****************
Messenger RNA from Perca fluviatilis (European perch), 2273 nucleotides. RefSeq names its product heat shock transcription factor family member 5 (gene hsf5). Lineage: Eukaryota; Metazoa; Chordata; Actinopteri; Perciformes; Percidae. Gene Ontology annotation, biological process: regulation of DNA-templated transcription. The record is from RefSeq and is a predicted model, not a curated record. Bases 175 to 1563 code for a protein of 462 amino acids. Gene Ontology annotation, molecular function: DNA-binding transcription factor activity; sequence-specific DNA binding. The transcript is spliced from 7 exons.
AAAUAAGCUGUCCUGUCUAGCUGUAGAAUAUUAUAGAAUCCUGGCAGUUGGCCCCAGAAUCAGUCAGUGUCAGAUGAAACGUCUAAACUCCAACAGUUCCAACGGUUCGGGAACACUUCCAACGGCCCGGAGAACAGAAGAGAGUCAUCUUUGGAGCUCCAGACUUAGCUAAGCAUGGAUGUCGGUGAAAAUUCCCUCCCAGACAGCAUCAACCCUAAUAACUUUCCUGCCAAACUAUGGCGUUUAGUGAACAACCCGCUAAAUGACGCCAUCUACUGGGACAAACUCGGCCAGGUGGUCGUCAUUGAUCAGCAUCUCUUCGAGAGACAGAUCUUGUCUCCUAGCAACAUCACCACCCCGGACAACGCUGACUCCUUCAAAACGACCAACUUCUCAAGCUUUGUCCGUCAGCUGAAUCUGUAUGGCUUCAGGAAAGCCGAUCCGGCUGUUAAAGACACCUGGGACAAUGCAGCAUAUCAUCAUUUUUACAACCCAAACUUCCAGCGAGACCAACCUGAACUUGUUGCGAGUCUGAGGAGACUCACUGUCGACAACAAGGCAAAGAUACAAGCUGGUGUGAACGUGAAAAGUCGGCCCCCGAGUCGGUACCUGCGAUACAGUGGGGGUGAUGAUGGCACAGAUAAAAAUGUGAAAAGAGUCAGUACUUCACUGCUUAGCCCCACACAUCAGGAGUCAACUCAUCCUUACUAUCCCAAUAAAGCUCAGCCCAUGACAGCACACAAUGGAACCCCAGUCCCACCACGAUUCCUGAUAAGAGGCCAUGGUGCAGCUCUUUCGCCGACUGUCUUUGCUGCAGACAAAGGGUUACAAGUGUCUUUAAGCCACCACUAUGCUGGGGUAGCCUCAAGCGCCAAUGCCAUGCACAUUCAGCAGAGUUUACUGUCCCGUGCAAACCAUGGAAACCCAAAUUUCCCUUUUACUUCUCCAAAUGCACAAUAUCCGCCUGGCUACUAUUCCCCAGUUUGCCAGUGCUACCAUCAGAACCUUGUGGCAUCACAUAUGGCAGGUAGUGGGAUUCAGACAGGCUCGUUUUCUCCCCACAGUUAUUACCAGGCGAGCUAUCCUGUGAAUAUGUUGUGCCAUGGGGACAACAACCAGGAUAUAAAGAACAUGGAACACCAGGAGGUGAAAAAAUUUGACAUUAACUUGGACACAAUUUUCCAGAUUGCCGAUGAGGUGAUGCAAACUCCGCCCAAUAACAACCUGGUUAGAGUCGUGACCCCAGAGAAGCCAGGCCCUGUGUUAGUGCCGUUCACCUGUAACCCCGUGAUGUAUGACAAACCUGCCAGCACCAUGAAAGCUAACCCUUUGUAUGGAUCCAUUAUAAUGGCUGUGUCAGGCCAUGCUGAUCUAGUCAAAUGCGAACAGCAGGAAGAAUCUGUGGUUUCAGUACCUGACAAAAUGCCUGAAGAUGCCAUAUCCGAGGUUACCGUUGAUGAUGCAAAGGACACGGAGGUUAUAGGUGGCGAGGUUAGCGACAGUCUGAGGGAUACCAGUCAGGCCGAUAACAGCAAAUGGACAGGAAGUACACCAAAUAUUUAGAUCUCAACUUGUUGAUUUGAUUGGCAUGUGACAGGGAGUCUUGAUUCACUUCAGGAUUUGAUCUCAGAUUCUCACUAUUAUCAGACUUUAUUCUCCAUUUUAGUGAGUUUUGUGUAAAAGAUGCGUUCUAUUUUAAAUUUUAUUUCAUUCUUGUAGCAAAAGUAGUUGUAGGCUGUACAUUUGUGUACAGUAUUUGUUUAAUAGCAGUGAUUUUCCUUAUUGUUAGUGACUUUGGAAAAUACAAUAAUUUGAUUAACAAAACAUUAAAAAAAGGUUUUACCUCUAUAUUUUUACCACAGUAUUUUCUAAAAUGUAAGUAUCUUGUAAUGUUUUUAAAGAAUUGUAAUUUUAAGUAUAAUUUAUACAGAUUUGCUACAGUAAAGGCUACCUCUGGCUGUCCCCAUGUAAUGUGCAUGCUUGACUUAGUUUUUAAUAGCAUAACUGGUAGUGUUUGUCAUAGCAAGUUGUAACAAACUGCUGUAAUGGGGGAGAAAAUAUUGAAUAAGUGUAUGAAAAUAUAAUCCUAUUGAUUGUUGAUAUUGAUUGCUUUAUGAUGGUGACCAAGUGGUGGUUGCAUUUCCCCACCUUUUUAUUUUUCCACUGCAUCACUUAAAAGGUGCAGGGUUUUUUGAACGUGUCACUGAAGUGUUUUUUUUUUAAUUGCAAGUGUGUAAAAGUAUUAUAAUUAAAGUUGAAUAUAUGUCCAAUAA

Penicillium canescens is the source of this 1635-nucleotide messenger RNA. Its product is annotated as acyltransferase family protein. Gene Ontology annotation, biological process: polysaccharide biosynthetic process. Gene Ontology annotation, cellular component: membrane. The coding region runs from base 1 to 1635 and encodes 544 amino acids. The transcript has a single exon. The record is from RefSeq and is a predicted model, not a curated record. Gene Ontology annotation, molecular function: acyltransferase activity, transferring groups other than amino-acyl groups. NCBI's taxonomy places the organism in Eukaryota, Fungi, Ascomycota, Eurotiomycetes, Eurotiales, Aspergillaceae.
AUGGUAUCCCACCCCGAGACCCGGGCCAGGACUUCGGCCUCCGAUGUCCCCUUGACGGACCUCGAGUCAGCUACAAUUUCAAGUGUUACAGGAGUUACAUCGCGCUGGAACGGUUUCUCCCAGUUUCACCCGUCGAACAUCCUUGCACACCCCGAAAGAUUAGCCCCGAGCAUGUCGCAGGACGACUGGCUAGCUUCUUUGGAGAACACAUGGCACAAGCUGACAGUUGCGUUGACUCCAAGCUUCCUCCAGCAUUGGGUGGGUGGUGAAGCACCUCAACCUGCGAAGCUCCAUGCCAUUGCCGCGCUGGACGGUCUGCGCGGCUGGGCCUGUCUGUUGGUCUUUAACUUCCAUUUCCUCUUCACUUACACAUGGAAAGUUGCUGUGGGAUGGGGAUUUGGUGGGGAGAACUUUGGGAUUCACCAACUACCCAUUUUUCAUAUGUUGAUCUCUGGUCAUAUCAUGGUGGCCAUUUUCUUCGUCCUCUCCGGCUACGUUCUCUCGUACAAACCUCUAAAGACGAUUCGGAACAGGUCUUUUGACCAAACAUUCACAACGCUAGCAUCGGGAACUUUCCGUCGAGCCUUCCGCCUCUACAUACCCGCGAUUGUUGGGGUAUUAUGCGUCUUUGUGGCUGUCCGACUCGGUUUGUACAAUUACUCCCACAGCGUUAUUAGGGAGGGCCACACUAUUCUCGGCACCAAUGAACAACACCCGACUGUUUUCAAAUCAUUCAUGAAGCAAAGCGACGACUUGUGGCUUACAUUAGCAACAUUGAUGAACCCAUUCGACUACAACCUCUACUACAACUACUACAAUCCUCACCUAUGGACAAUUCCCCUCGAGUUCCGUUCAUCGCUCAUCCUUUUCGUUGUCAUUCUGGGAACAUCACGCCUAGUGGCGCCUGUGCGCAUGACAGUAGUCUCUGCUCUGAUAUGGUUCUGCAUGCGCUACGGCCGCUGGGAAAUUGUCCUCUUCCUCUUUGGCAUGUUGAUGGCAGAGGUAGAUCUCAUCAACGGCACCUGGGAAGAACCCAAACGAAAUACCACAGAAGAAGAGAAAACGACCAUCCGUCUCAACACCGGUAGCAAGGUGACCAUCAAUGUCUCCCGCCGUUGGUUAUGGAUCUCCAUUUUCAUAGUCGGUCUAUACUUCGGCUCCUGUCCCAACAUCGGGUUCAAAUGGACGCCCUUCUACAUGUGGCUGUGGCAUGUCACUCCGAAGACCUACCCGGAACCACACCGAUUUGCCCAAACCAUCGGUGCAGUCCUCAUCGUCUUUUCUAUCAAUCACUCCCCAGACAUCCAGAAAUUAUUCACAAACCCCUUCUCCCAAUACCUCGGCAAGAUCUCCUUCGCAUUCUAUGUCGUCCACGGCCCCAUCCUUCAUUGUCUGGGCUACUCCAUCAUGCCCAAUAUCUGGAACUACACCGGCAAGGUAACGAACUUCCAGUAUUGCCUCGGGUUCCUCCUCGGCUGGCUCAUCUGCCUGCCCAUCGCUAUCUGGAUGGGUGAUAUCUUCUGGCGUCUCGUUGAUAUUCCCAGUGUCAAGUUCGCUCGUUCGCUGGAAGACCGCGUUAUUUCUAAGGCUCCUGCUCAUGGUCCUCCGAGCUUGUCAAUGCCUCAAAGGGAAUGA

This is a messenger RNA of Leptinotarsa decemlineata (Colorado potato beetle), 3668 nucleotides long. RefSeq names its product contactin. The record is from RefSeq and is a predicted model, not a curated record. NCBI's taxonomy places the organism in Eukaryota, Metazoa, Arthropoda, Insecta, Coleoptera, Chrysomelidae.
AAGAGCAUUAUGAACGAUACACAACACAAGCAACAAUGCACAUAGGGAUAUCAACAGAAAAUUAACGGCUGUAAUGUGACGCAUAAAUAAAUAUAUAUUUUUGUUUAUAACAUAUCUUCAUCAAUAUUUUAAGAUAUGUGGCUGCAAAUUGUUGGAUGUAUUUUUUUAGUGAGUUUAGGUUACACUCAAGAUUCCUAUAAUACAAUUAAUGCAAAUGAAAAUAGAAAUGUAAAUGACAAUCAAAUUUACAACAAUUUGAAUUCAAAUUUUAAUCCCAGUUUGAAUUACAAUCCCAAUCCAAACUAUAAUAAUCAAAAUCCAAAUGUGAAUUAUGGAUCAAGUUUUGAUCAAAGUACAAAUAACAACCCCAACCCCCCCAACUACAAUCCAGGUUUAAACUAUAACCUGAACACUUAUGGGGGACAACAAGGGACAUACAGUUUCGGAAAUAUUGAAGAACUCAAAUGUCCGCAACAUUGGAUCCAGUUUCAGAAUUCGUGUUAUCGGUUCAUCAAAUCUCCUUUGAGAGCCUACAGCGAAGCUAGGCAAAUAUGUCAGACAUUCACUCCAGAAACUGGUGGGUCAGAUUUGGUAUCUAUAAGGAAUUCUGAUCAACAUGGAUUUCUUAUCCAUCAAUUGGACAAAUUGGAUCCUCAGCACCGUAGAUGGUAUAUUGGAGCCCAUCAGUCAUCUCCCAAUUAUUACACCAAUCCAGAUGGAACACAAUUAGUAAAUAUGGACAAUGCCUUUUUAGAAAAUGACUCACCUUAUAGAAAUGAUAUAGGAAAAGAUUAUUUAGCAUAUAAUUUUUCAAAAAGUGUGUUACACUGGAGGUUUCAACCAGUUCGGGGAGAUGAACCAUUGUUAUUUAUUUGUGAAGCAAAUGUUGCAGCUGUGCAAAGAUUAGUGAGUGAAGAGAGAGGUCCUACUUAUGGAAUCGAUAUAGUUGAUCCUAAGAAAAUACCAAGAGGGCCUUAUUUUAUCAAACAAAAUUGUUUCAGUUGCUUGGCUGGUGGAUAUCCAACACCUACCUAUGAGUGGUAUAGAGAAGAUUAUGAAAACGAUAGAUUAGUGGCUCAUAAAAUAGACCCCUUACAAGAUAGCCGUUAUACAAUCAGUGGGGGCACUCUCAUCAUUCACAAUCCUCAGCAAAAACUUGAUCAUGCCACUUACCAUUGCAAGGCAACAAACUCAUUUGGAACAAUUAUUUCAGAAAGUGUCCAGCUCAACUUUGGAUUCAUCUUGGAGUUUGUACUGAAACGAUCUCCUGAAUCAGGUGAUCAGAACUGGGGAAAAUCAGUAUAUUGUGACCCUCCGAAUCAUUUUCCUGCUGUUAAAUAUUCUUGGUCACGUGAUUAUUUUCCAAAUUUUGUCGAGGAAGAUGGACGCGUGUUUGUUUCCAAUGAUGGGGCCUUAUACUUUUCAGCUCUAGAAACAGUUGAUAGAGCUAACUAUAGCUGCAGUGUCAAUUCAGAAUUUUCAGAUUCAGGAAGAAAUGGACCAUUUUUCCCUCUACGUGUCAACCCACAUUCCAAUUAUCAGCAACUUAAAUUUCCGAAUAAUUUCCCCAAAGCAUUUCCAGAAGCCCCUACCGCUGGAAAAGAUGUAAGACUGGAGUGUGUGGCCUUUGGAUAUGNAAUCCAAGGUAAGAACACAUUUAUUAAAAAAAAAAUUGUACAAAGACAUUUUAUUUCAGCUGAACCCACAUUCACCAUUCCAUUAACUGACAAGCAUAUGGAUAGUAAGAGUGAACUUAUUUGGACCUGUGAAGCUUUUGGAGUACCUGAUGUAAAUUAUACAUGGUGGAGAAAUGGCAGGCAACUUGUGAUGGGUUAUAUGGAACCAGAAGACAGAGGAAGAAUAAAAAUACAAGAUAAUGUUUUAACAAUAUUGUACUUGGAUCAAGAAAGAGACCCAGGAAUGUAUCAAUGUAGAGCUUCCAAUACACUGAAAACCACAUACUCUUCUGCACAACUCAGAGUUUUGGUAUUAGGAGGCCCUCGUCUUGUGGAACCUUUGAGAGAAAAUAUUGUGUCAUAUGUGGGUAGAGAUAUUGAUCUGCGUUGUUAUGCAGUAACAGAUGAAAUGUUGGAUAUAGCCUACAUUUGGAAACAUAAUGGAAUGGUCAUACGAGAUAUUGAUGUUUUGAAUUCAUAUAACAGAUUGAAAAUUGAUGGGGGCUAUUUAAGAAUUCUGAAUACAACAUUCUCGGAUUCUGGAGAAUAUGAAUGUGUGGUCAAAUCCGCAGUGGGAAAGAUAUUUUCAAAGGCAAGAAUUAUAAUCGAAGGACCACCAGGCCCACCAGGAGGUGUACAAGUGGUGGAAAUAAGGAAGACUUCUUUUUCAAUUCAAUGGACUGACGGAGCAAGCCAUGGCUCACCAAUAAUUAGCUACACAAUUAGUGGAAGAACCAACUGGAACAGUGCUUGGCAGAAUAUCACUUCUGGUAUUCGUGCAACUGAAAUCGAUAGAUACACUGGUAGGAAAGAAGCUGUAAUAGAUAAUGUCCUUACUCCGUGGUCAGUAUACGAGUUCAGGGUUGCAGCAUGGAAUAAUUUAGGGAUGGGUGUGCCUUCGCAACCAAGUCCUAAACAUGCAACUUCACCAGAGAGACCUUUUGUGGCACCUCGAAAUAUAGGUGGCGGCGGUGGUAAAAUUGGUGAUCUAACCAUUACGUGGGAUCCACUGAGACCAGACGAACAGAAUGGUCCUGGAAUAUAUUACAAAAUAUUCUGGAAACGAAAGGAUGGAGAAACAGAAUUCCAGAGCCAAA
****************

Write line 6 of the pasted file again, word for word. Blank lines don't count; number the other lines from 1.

AAGAGCAUUAUGAACGAUACACAACACAAGCAACAAUGCACAUAGGGAUAUCAACAGAAAAUUAACGGCUGUAAUGUGACGCAUAAAUAAAUAUAUAUUUUUGUUUAUAACAUAUCUUCAUCAAUAUUUUAAGAUAUGUGGCUGCAAAUUGUUGGAUGUAUUUUUUUAGUGAGUUUAGGUUACACUCAAGAUUCCUAUAAUACAAUUAAUGCAAAUGAAAAUAGAAAUGUAAAUGACAAUCAAAUUUACAACAAUUUGAAUUCAAAUUUUAAUCCCAGUUUGAAUUACAAUCCCAAUCCAAACUAUAAUAAUCAAAAUCCAAAUGUGAAUUAUGGAUCAAGUUUUGAUCAAAGUACAAAUAACAACCCCAACCCCCCCAACUACAAUCCAGGUUUAAACUAUAACCUGAACACUUAUGGGGGACAACAAGGGACAUACAGUUUCGGAAAUAUUGAAGAACUCAAAUGUCCGCAACAUUGGAUCCAGUUUCAGAAUUCGUGUUAUCGGUUCAUCAAAUCUCCUUUGAGAGCCUACAGCGAAGCUAGGCAAAUAUGUCAGACAUUCACUCCAGAAACUGGUGGGUCAGAUUUGGUAUCUAUAAGGAAUUCUGAUCAACAUGGAUUUCUUAUCCAUCAAUUGGACAAAUUGGAUCCUCAGCACCGUAGAUGGUAUAUUGGAGCCCAUCAGUCAUCUCCCAAUUAUUACACCAAUCCAGAUGGAACACAAUUAGUAAAUAUGGACAAUGCCUUUUUAGAAAAUGACUCACCUUAUAGAAAUGAUAUAGGAAAAGAUUAUUUAGCAUAUAAUUUUUCAAAAAGUGUGUUACACUGGAGGUUUCAACCAGUUCGGGGAGAUGAACCAUUGUUAUUUAUUUGUGAAGCAAAUGUUGCAGCUGUGCAAAGAUUAGUGAGUGAAGAGAGAGGUCCUACUUAUGGAAUCGAUAUAGUUGAUCCUAAGAAAAUACCAAGAGGGCCUUAUUUUAUCAAACAAAAUUGUUUCAGUUGCUUGGCUGGUGGAUAUCCAACACCUACCUAUGAGUGGUAUAGAGAAGAUUAUGAAAACGAUAGAUUAGUGGCUCAUAAAAUAGACCCCUUACAAGAUAGCCGUUAUACAAUCAGUGGGGGCACUCUCAUCAUUCACAAUCCUCAGCAAAAACUUGAUCAUGCCACUUACCAUUGCAAGGCAACAAACUCAUUUGGAACAAUUAUUUCAGAAAGUGUCCAGCUCAACUUUGGAUUCAUCUUGGAGUUUGUACUGAAACGAUCUCCUGAAUCAGGUGAUCAGAACUGGGGAAAAUCAGUAUAUUGUGACCCUCCGAAUCAUUUUCCUGCUGUUAAAUAUUCUUGGUCACGUGAUUAUUUUCCAAAUUUUGUCGAGGAAGAUGGACGCGUGUUUGUUUCCAAUGAUGGGGCCUUAUACUUUUCAGCUCUAGAAACAGUUGAUAGAGCUAACUAUAGCUGCAGUGUCAAUUCAGAAUUUUCAGAUUCAGGAAGAAAUGGACCAUUUUUCCCUCUACGUGUCAACCCACAUUCCAAUUAUCAGCAACUUAAAUUUCCGAAUAAUUUCCCCAAAGCAUUUCCAGAAGCCCCUACCGCUGGAAAAGAUGUAAGACUGGAGUGUGUGGCCUUUGGAUAUGNAAUCCAAGGUAAGAACACAUUUAUUAAAAAAAAAAUUGUACAAAGACAUUUUAUUUCAGCUGAACCCACAUUCACCAUUCCAUUAACUGACAAGCAUAUGGAUAGUAAGAGUGAACUUAUUUGGACCUGUGAAGCUUUUGGAGUACCUGAUGUAAAUUAUACAUGGUGGAGAAAUGGCAGGCAACUUGUGAUGGGUUAUAUGGAACCAGAAGACAGAGGAAGAAUAAAAAUACAAGAUAAUGUUUUAACAAUAUUGUACUUGGAUCAAGAAAGAGACCCAGGAAUGUAUCAAUGUAGAGCUUCCAAUACACUGAAAACCACAUACUCUUCUGCACAACUCAGAGUUUUGGUAUUAGGAGGCCCUCGUCUUGUGGAACCUUUGAGAGAAAAUAUUGUGUCAUAUGUGGGUAGAGAUAUUGAUCUGCGUUGUUAUGCAGUAACAGAUGAAAUGUUGGAUAUAGCCUACAUUUGGAAACAUAAUGGAAUGGUCAUACGAGAUAUUGAUGUUUUGAAUUCAUAUAACAGAUUGAAAAUUGAUGGGGGCUAUUUAAGAAUUCUGAAUACAACAUUCUCGGAUUCUGGAGAAUAUGAAUGUGUGGUCAAAUCCGCAGUGGGAAAGAUAUUUUCAAAGGCAAGAAUUAUAAUCGAAGGACCACCAGGCCCACCAGGAGGUGUACAAGUGGUGGAAAUAAGGAAGACUUCUUUUUCAAUUCAAUGGACUGACGGAGCAAGCCAUGGCUCACCAAUAAUUAGCUACACAAUUAGUGGAAGAACCAACUGGAACAGUGCUUGGCAGAAUAUCACUUCUGGUAUUCGUGCAACUGAAAUCGAUAGAUACACUGGUAGGAAAGAAGCUGUAAUAGAUAAUGUCCUUACUCCGUGGUCAGUAUACGAGUUCAGGGUUGCAGCAUGGAAUAAUUUAGGGAUGGGUGUGCCUUCGCAACCAAGUCCUAAACAUGCAACUUCACCAGAGAGACCUUUUGUGGCACCUCGAAAUAUAGGUGGCGGCGGUGGUAAAAUUGGUGAUCUAACCAUUACGUGGGAUCCACUGAGACCAGACGAACAGAAUGGUCCUGGAAUAUAUUACAAAAUAUUCUGGAAACGAAAGGAUGGAGAAACAGAAUUCCAGAGCCAAA